Recent English court proceedings involving a football star obtaining an injunction in the United Kingdom against Imogen Thomas, a reality television show contestant and former Miss Wales, and a local newspaper has gained widespread public attention both locally and internationally. The football star’s legal actions eventually led to the disclosure of his identity by overseas newspapers, internet users and a Member of Parliament. The controversy has ignited serious debates about the privacy laws in the UK and may trigger significant legislative reforms.
Interim injunction against The Sun
On 14 April 2011, The Sun (a newspaper in the UK) published an article about an alleged sexual relationship between Imogen Thomas and a married footballer. The footballer promptly commenced legal proceedings and obtained a temporary injunction preventing The Sun and Imogen Thomas from publishing or disclosing details of the alleged affair, as well as the identity of the footballer. Court documents referred to him as “CTB”.
According to Re S (A Child)  1 AC 593, in deciding whether an injunction restricting the disclosure of certain information should be granted, a two stage process should be adopted. The court has to first decide whether the subject matter of the threatened publication would be such as to give rise to a “reasonable expectation of privacy” on the part of the applicant. The next stage is for the court to balance the competing rights in articles 8 and 10 of the European Convention on Human Rights (ECHR). Whilst article 8 provides that everyone has the right to respect his private and family life, article 10 states that everyone has the right to freedom of expression.
Justice Eady, the judge who heard CTB’s application for an interim injunction and whom many media lawyers consider to be the driving force behind the strengthening of the rule of privacy in the UK High Court, had no difficulty in holding that the injunction should be granted. In weighing CTB’s rights under article 8 and the rights of Ms Thomas and News Group Newspaper Ltd (NGN) (the publisher of The Sun) under article 10, Justice Eady stated that “it will rarely be the case that the privacy rights of an individual or of his family will have to yield in priority to another’s right to publish what has been described in other cases as “tittle-tattle about the activities of footballers’ wives and girlfriends” (Jameel v Wall Street Journal Europe SPRL  1 AC 359 cited). It has been emphasised that reports and publications about an individual’s private life does not attract the robust protection under article 10 of the ECHR, afforded to more serious journalism. There was no suggestion, which would not stand if made, that there was any legitimate public interest in publishing the material. An injunction was granted because, on the evidence presented (albeit incomplete and untested), the learned judge took the view that it was “likely” that CTB would obtain a permanent injunction at trial. Breach of the injunction amounts to contempt of court and offenders may face a fine and/or prison sentence.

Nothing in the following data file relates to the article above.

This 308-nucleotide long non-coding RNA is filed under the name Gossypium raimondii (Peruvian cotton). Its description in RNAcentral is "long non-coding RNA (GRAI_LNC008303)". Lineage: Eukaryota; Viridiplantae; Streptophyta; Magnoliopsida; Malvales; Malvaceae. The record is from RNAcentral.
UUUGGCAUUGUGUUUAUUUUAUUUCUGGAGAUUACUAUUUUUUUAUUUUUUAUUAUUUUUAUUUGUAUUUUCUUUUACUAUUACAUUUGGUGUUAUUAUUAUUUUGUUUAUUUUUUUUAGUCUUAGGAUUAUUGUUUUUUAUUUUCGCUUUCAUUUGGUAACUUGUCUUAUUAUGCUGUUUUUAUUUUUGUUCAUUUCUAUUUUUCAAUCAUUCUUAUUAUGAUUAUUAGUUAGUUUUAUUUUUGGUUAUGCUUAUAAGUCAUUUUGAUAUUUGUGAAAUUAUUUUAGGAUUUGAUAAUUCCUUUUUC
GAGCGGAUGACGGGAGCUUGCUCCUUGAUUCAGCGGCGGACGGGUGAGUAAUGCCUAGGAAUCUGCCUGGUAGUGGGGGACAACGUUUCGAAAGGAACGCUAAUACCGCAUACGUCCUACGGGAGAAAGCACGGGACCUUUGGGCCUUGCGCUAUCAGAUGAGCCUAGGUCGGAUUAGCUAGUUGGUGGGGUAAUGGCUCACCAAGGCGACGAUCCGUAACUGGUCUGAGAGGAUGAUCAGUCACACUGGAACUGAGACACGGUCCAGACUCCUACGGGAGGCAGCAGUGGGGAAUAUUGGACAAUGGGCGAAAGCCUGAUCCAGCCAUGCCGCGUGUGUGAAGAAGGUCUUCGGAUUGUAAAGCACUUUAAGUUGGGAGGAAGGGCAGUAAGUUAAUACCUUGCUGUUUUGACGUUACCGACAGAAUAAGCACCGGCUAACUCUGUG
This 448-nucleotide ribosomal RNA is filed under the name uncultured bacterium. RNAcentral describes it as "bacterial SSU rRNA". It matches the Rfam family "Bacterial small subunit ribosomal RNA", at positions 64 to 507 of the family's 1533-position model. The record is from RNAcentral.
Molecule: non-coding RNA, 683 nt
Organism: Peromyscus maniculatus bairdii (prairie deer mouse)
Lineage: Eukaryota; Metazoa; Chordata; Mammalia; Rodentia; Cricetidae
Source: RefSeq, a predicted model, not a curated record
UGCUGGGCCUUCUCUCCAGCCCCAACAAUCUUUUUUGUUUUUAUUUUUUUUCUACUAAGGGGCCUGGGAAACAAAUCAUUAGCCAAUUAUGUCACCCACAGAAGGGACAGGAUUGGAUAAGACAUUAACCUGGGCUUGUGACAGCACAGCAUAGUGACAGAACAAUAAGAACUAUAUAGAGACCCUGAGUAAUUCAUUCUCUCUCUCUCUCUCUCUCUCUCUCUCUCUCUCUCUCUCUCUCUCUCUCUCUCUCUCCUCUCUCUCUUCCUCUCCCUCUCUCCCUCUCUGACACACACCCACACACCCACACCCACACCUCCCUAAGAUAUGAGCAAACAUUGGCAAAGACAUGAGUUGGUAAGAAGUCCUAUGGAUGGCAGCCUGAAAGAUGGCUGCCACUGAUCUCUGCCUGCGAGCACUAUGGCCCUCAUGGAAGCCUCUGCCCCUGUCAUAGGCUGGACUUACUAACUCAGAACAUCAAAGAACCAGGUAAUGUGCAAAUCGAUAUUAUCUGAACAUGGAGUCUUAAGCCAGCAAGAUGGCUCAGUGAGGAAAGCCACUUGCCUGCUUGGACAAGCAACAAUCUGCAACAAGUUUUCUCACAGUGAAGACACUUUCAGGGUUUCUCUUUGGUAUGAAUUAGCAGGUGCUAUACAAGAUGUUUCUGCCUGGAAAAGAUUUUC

Application to vary the injunction
Subsequently on 16 May 2011, NGN applied to the court for a variation of the terms of the injunction for the reason that since the injunction was granted in April 2011, there had been widespread coverage over the Internet regarding CTB’s identity such that it was pointless for the court to preserve CTB’s anonymity. It was argued that in the modern world where the internet is easily accessible, such injunctions cease to serve any meaningful purpose. An interested person could easily find out who CTB is by making searches on the Internet.
Whilst the arguments advanced may be true, Justice Eady rejected NGN’s application and explained that the courts are obliged to apply the law as it currently stands. The Parliament may amend relevant laws to cater for technological developments but before that, it would not be appropriate for judges “to ignore their responsibilities and to refuse relief in circumstances where it is properly sought”.
Justice Eady further explained that “intrusion” is also an important element to be considered under the law of privacy. Publication by newspapers is much more intrusive and distressing for relevant individuals than the situation where the information is available on the Internet or in foreign journals to those, however many, who take the trouble to look it up. The learned judge opined that so long as the court is in a position to prevent some of that intrusion and distress, it may be appropriate to maintain that degree of protection. The freedom of expression here does not outweigh the legitimate interests in protecting CTB and his family. In the words of Justice Eady, lifting the injunction or otherwise permitting newspapers to reveal CTB’s identity would result in CTB and his family being “engulfed in a cruel and destructive media frenzy”.
Disclosure on Twitter